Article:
West Nile Virus Program

West Nile Virus is a virus most commonly spread by infected mosquitos.  The virus has been detected in 48 states, and first found in Pennsylvania in 2000.  Most people bitten by an infected mosquito will show mild symptoms, but it is possible that some will develop severe neurological issues (https://www.cdc.gov/westnile/faq/genQuestions.html).

Westmoreland County’s West Nile Virus Program started in 2017 and is a part of Pennsylvania’s West Nile Virus Control Program (http://www.westnile.state.pa.us/).  The goal is to use integrated mosquito management to reduce mosquito borne diseases.  Integrated mosquito management reduces public health risks from mosquitos in Westmoreland County using three methods, as follows.

  • Education – Public events that focus on mosquito bite prevention, mosquito habitat reduction, and West Nile Virus risks in Pennsylvania.
  • Surveillance – The program monitors adult and larval stages of mosquitoes throughout Westmoreland County. Gravid traps are deployed to collect adult mosquitos that have already taken a blood meal and are looking to lay their eggs.  Potential carriers (Culex pipiens and Culex restuans) are tested for the virus. Larval surveillance is done by dipping stagnant water.
  • Control – When larvae are detected, the following series of events occur to control the mosquito breeding habitat: source reduction, education, biological control agents, and pesticides. Pesticides are used only if no other method will eliminate the larvae. Water quality, non-target organisms, and pest resistance are considered when using pesticides. Most of the pesticides used for larval control are biological. These pesticides use bacteria to kill the larvae and are specific to mosquitoes.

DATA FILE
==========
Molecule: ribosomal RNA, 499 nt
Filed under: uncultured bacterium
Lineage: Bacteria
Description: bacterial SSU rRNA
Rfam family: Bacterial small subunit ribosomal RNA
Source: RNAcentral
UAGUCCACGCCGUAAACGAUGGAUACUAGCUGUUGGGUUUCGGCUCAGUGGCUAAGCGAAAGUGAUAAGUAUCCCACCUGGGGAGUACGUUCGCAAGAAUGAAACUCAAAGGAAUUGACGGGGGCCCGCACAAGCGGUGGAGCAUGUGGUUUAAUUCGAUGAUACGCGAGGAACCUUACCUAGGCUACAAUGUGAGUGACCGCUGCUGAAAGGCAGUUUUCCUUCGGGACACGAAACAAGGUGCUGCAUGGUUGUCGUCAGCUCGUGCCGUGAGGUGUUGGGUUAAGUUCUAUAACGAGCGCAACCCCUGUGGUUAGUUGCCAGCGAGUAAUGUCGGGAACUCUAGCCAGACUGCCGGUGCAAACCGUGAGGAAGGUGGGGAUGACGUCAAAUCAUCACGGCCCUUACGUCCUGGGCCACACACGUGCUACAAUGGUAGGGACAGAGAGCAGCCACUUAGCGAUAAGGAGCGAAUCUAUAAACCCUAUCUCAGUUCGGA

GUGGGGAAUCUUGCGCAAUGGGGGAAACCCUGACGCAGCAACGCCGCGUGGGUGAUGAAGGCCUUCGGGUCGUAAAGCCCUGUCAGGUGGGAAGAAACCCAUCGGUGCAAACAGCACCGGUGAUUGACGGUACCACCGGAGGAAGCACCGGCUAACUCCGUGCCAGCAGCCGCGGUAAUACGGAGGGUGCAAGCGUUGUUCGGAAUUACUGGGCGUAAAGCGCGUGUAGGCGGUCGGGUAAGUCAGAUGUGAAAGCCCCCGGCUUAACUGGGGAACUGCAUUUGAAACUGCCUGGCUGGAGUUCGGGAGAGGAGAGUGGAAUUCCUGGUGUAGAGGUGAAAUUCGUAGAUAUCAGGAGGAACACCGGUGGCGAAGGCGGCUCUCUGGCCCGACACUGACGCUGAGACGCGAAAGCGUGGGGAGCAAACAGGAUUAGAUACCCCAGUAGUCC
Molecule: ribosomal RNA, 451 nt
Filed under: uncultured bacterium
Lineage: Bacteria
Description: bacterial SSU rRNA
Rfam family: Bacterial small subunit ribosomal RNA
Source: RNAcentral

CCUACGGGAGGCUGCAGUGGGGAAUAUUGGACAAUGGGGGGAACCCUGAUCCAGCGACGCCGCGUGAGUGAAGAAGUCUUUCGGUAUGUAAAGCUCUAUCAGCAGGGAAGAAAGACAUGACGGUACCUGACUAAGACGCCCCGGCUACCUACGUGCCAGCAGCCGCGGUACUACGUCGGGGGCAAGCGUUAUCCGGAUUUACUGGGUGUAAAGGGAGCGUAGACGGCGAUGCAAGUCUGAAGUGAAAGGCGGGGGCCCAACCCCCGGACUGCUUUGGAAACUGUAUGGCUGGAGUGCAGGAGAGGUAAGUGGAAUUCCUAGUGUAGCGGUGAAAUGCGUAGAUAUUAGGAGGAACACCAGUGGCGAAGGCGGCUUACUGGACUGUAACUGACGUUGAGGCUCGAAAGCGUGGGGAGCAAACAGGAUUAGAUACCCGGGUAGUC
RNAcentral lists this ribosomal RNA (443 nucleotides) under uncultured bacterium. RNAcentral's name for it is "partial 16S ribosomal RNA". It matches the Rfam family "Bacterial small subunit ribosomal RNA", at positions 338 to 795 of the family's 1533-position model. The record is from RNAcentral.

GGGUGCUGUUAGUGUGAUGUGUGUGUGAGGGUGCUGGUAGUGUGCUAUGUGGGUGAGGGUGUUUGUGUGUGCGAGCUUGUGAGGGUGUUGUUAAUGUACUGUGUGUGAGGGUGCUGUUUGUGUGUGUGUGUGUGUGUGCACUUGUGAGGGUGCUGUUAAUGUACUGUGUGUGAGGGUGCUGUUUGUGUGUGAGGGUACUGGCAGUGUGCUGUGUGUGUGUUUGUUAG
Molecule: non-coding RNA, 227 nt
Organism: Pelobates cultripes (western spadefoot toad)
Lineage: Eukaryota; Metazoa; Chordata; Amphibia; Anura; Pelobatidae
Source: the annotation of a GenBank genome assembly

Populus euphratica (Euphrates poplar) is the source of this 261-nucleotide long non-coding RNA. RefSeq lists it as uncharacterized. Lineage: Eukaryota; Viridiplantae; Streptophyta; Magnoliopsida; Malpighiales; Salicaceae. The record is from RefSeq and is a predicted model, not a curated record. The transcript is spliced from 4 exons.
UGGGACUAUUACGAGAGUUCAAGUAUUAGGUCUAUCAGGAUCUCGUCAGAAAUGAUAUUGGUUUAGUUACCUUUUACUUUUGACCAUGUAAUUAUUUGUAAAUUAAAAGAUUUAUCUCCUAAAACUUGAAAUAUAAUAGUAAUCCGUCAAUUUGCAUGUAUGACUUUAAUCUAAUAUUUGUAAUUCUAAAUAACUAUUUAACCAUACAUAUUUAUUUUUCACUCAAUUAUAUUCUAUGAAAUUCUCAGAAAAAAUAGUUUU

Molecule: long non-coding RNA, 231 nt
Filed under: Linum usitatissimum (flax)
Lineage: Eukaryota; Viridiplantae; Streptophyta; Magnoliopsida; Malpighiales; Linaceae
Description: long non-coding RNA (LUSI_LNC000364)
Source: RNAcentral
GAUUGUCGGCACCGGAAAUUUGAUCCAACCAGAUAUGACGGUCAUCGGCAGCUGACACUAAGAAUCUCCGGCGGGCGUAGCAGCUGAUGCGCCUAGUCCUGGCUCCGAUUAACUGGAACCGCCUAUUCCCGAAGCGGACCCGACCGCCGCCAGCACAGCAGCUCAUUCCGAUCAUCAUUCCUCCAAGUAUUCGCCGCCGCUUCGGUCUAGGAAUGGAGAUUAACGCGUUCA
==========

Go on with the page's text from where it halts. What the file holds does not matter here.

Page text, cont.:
West Nile Virus-infected birds transmit the virus to mosquitoes. The program welcomes reports of dead bird sightings, specifically Corvids (jays, crows, ravens, and magpies), that appear to be caused by something other than trauma. To report a dead bird, contact the Westmoreland County West Nile Virus technician at 724-837-5271 or file a report online at the Pennsylvania West Nile Virus Control Program website (http://www.westnile.state.pa.us/index.html). The program also monitors horse and human cases of West Nile Virus, which are reported by veterinarians and physicians.

Although the focus on the project is West Nile Virus, BG-Sentinel traps are set to target the Asian Tiger mosquito (Aedes albopictus) that could potentially transmit Zika Virus if it were to come to Pennsylvania.  These mosquitos are a daytime nuisance.


Make Your Yard Less Inviting for Mosquitoes


For more information, contact: Andrea Halfhill

West Nile Virus Program Technician

[email protected]